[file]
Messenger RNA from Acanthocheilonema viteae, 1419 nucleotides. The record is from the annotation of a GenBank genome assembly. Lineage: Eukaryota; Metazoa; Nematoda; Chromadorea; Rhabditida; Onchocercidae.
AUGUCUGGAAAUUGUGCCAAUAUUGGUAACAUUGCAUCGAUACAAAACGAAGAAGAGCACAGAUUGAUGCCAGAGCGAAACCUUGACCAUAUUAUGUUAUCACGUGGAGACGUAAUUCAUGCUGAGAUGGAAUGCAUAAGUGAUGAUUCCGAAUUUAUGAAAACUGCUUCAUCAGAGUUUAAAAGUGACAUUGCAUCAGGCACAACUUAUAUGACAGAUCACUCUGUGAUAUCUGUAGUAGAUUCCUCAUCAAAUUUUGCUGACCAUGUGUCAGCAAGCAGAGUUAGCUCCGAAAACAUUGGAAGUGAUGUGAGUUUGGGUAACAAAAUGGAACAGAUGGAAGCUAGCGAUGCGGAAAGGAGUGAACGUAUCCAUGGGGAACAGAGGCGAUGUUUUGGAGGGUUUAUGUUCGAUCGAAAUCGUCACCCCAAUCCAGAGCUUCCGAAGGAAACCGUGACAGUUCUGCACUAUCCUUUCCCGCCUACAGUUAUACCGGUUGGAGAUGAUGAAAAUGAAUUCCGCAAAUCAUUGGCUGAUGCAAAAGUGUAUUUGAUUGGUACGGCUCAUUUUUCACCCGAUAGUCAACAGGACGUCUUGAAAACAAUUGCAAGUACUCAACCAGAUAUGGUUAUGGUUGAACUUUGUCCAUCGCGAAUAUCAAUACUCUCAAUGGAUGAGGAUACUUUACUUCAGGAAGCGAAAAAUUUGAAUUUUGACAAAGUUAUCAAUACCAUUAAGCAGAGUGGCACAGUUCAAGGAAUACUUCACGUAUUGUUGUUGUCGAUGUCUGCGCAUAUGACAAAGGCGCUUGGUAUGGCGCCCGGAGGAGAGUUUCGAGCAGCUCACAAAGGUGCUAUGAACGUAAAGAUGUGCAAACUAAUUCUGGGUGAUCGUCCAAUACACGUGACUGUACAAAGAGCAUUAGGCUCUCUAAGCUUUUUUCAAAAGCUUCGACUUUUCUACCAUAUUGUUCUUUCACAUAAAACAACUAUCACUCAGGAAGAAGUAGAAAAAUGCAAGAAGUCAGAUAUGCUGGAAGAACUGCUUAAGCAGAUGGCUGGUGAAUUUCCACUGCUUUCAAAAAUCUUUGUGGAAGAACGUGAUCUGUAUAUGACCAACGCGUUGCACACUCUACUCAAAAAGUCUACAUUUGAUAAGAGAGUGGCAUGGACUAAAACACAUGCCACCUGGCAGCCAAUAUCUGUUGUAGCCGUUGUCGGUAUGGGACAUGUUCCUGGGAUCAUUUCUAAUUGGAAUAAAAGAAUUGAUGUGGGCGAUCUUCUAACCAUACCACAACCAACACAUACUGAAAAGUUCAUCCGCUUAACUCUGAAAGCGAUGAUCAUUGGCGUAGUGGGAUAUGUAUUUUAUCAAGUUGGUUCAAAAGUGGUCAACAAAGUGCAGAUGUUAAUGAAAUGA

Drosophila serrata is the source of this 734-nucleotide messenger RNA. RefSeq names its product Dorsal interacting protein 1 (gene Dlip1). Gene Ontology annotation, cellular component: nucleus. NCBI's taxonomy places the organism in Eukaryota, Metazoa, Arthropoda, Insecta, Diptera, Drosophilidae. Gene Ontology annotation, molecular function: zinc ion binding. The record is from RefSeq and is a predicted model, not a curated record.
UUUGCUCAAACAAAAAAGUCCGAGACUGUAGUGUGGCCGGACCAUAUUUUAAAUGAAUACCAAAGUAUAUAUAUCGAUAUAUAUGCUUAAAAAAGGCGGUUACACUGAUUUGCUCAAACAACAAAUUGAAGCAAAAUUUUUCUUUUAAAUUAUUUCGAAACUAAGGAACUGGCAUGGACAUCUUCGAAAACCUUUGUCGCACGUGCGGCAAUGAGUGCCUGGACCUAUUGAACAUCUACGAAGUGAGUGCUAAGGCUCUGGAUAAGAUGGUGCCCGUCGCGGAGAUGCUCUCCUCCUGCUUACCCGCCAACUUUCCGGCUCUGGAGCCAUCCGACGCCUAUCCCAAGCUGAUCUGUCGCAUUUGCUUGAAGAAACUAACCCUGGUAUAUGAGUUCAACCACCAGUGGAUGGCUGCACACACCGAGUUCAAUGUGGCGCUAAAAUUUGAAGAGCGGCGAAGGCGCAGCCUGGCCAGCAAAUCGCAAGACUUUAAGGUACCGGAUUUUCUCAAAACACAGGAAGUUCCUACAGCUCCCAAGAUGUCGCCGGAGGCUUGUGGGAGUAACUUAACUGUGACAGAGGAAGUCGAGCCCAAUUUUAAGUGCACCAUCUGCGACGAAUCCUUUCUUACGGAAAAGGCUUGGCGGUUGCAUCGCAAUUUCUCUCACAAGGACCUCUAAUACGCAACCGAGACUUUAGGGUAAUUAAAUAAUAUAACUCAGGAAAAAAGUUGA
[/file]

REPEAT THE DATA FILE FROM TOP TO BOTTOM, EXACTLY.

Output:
Messenger RNA from Acanthocheilonema viteae, 1419 nucleotides. The record is from the annotation of a GenBank genome assembly. Lineage: Eukaryota; Metazoa; Nematoda; Chromadorea; Rhabditida; Onchocercidae.
AUGUCUGGAAAUUGUGCCAAUAUUGGUAACAUUGCAUCGAUACAAAACGAAGAAGAGCACAGAUUGAUGCCAGAGCGAAACCUUGACCAUAUUAUGUUAUCACGUGGAGACGUAAUUCAUGCUGAGAUGGAAUGCAUAAGUGAUGAUUCCGAAUUUAUGAAAACUGCUUCAUCAGAGUUUAAAAGUGACAUUGCAUCAGGCACAACUUAUAUGACAGAUCACUCUGUGAUAUCUGUAGUAGAUUCCUCAUCAAAUUUUGCUGACCAUGUGUCAGCAAGCAGAGUUAGCUCCGAAAACAUUGGAAGUGAUGUGAGUUUGGGUAACAAAAUGGAACAGAUGGAAGCUAGCGAUGCGGAAAGGAGUGAACGUAUCCAUGGGGAACAGAGGCGAUGUUUUGGAGGGUUUAUGUUCGAUCGAAAUCGUCACCCCAAUCCAGAGCUUCCGAAGGAAACCGUGACAGUUCUGCACUAUCCUUUCCCGCCUACAGUUAUACCGGUUGGAGAUGAUGAAAAUGAAUUCCGCAAAUCAUUGGCUGAUGCAAAAGUGUAUUUGAUUGGUACGGCUCAUUUUUCACCCGAUAGUCAACAGGACGUCUUGAAAACAAUUGCAAGUACUCAACCAGAUAUGGUUAUGGUUGAACUUUGUCCAUCGCGAAUAUCAAUACUCUCAAUGGAUGAGGAUACUUUACUUCAGGAAGCGAAAAAUUUGAAUUUUGACAAAGUUAUCAAUACCAUUAAGCAGAGUGGCACAGUUCAAGGAAUACUUCACGUAUUGUUGUUGUCGAUGUCUGCGCAUAUGACAAAGGCGCUUGGUAUGGCGCCCGGAGGAGAGUUUCGAGCAGCUCACAAAGGUGCUAUGAACGUAAAGAUGUGCAAACUAAUUCUGGGUGAUCGUCCAAUACACGUGACUGUACAAAGAGCAUUAGGCUCUCUAAGCUUUUUUCAAAAGCUUCGACUUUUCUACCAUAUUGUUCUUUCACAUAAAACAACUAUCACUCAGGAAGAAGUAGAAAAAUGCAAGAAGUCAGAUAUGCUGGAAGAACUGCUUAAGCAGAUGGCUGGUGAAUUUCCACUGCUUUCAAAAAUCUUUGUGGAAGAACGUGAUCUGUAUAUGACCAACGCGUUGCACACUCUACUCAAAAAGUCUACAUUUGAUAAGAGAGUGGCAUGGACUAAAACACAUGCCACCUGGCAGCCAAUAUCUGUUGUAGCCGUUGUCGGUAUGGGACAUGUUCCUGGGAUCAUUUCUAAUUGGAAUAAAAGAAUUGAUGUGGGCGAUCUUCUAACCAUACCACAACCAACACAUACUGAAAAGUUCAUCCGCUUAACUCUGAAAGCGAUGAUCAUUGGCGUAGUGGGAUAUGUAUUUUAUCAAGUUGGUUCAAAAGUGGUCAACAAAGUGCAGAUGUUAAUGAAAUGA

Drosophila serrata is the source of this 734-nucleotide messenger RNA. RefSeq names its product Dorsal interacting protein 1 (gene Dlip1). Gene Ontology annotation, cellular component: nucleus. NCBI's taxonomy places the organism in Eukaryota, Metazoa, Arthropoda, Insecta, Diptera, Drosophilidae. Gene Ontology annotation, molecular function: zinc ion binding. The record is from RefSeq and is a predicted model, not a curated record.
UUUGCUCAAACAAAAAAGUCCGAGACUGUAGUGUGGCCGGACCAUAUUUUAAAUGAAUACCAAAGUAUAUAUAUCGAUAUAUAUGCUUAAAAAAGGCGGUUACACUGAUUUGCUCAAACAACAAAUUGAAGCAAAAUUUUUCUUUUAAAUUAUUUCGAAACUAAGGAACUGGCAUGGACAUCUUCGAAAACCUUUGUCGCACGUGCGGCAAUGAGUGCCUGGACCUAUUGAACAUCUACGAAGUGAGUGCUAAGGCUCUGGAUAAGAUGGUGCCCGUCGCGGAGAUGCUCUCCUCCUGCUUACCCGCCAACUUUCCGGCUCUGGAGCCAUCCGACGCCUAUCCCAAGCUGAUCUGUCGCAUUUGCUUGAAGAAACUAACCCUGGUAUAUGAGUUCAACCACCAGUGGAUGGCUGCACACACCGAGUUCAAUGUGGCGCUAAAAUUUGAAGAGCGGCGAAGGCGCAGCCUGGCCAGCAAAUCGCAAGACUUUAAGGUACCGGAUUUUCUCAAAACACAGGAAGUUCCUACAGCUCCCAAGAUGUCGCCGGAGGCUUGUGGGAGUAACUUAACUGUGACAGAGGAAGUCGAGCCCAAUUUUAAGUGCACCAUCUGCGACGAAUCCUUUCUUACGGAAAAGGCUUGGCGGUUGCAUCGCAAUUUCUCUCACAAGGACCUCUAAUACGCAACCGAGACUUUAGGGUAAUUAAAUAAUAUAACUCAGGAAAAAAGUUGA